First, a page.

The use of AI in marketing is motivated by something of a crisis in the industry. People are getting better at avoiding ads they don’t want to see. Millions of ads are ignored every hour by consumers, record numbers are using adblocking technology to cut out unwanted noise and evidence is mounting that people crave meaningful experiences, not marketing speak.
AI offers a way to potentially reduce this problem, because it can precisely target ads. ‘This is linked to the unique ability of AI to understand and interact with individuals in a highly personal manner based on a deep knowledge and understanding of their unique attributes, not just the ones brands think they know based solely on demographics and surface data, Stephen Upstone, CEO of LoopMe, told Forbes. Ultimately, AI can help to continually optimise marketing, because these systems can make suggestions based on what actually works following holistic analysis, rather than on what brands think they ‘know’ about their marketing strategies.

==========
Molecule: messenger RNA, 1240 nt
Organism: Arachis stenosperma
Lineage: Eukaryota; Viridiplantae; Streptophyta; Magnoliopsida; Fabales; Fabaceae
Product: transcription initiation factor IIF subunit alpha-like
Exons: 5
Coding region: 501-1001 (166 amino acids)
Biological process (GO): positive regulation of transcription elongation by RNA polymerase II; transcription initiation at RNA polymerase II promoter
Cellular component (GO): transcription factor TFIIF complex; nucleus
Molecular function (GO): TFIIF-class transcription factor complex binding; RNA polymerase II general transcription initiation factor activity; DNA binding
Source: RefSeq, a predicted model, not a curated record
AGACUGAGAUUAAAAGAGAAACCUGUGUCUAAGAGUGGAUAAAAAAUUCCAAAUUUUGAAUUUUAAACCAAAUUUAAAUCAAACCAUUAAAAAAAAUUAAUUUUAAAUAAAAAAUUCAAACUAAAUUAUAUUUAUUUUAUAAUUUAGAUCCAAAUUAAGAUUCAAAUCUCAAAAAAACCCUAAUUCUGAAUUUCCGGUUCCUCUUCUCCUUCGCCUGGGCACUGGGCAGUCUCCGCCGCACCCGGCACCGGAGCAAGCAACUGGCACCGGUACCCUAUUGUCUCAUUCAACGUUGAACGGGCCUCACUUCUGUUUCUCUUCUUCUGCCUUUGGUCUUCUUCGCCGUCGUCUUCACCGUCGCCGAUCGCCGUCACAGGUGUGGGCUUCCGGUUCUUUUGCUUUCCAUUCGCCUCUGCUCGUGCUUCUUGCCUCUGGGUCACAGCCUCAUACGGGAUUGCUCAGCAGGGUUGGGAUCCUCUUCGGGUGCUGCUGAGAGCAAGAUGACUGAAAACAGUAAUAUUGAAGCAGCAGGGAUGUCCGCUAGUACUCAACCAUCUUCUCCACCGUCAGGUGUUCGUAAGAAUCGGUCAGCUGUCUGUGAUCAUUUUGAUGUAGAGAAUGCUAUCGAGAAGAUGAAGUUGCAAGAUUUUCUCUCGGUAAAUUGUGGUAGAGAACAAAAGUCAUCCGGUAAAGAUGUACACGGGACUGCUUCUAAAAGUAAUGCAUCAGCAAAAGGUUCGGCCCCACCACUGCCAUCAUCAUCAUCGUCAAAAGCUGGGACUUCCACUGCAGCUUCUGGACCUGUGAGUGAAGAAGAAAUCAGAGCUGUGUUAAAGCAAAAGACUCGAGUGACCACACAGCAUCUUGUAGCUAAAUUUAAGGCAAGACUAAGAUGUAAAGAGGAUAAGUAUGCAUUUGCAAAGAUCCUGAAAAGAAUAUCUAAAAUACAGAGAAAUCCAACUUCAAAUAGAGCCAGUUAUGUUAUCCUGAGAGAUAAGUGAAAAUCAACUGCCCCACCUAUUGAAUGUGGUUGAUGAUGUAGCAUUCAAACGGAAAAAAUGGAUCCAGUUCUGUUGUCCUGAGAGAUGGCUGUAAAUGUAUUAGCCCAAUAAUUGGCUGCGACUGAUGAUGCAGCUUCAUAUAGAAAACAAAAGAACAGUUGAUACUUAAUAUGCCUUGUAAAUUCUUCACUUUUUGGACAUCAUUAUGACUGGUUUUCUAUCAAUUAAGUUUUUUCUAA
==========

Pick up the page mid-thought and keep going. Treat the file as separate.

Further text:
When it comes to the Fintech industry, AI has two huge advantages. One is scalability: Fintech offerings typically require large numbers of customers in order to reach profitability, and this requires conducting large marketing campaigns on limited budgets. The other is that the finance industry suffers, more than most other industries, from a perception that it is out of touch with the needs of its customers. AI-driven marketing can relieve this problem by pushing ads that are truly personalised and relevant.
Personalisation of customer experience should not stop at marketing, however. ‘AI has a role to play at every step of the journey and every stage of the funnel’, says Celine Saturnino, Chief Commercial Officer at Total Media, and as a result AI is also transforming every stage of the customer experience by allowing Fintech companies to offer personalised services.